Jesse Richardson submitted a strong essay that articulated his goals and understanding of the issue clearly, with helpful supportive research. He did an excellent job creating a map that reflected his intentions for making competitive districts. Overall, he scored the highest in his regional cohort on most of the values metrics.
After reading about this subject, I came to the conclusion that the No. 1 goal in redistricting should be ensuring competitive elections, because of how partisan things are these days. The more competitive elections there are, the more choice voters will have and the more motivation representatives will have to be moderate and work across the aisle.
With this in mind, I drew my map such that 12 of the 18 districts have the potential to be competitive. I also prioritized equal population (this is a basic one; each vote should be worth the same) as well as party advantage. By most metrics, this map would produce a roughly even partisan split across Pennsylvania, assuming one party isn't having a strong year nationally. I didn't worry about splitting counties as these are largely arbitrary boundaries, and I also considered compactness to be largely aesthetic, and not an important consideration in our democracy.
I did find it a struggle to make competitive districts when the tool only showed registration data, but not how each local area voted. But I drew on my own knowledge and other useful sites to remedy this issue. I also found there was an inevitable and difficult trade-off between representation of certain groups and competitiveness. For example, black voters are overwhelmingly Democratic. However I think I managed to find a healthy balance, with only one district (the 18th) being unnaturally extended across multiple regions of the state.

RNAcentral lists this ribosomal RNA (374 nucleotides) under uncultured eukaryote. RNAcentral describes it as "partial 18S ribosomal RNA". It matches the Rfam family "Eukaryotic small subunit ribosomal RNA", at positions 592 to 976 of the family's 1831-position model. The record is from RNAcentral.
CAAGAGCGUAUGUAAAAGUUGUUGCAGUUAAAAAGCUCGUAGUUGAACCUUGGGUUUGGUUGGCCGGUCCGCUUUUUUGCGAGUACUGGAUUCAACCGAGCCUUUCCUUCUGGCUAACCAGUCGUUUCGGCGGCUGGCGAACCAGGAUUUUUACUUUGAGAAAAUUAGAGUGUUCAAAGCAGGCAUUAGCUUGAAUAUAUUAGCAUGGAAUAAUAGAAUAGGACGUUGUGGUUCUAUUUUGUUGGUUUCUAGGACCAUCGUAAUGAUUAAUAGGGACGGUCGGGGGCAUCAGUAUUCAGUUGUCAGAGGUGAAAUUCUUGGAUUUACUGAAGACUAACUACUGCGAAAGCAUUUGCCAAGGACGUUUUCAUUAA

One important point of debate is how to deal with the Democrats' intrinsic geographic disadvantage with their voters being consolidated in the city of Philadelphia. Some opinions that I have read suggested that this is no fault of the Republicans and hence shouldn't be remedied. But I think that democracy shouldn't be influenced to such a degree by geographic distribution; people vote, not land. So I did my best in drawing this map to nullify the Democratic geographic disadvantage and make a map that's fair for both parties as well as having many competitive elections. It is ultimately possible to make a map with 18 swing districts but I felt like that was a bridge too far in terms of making a messy map with districts that have no clear geographic center.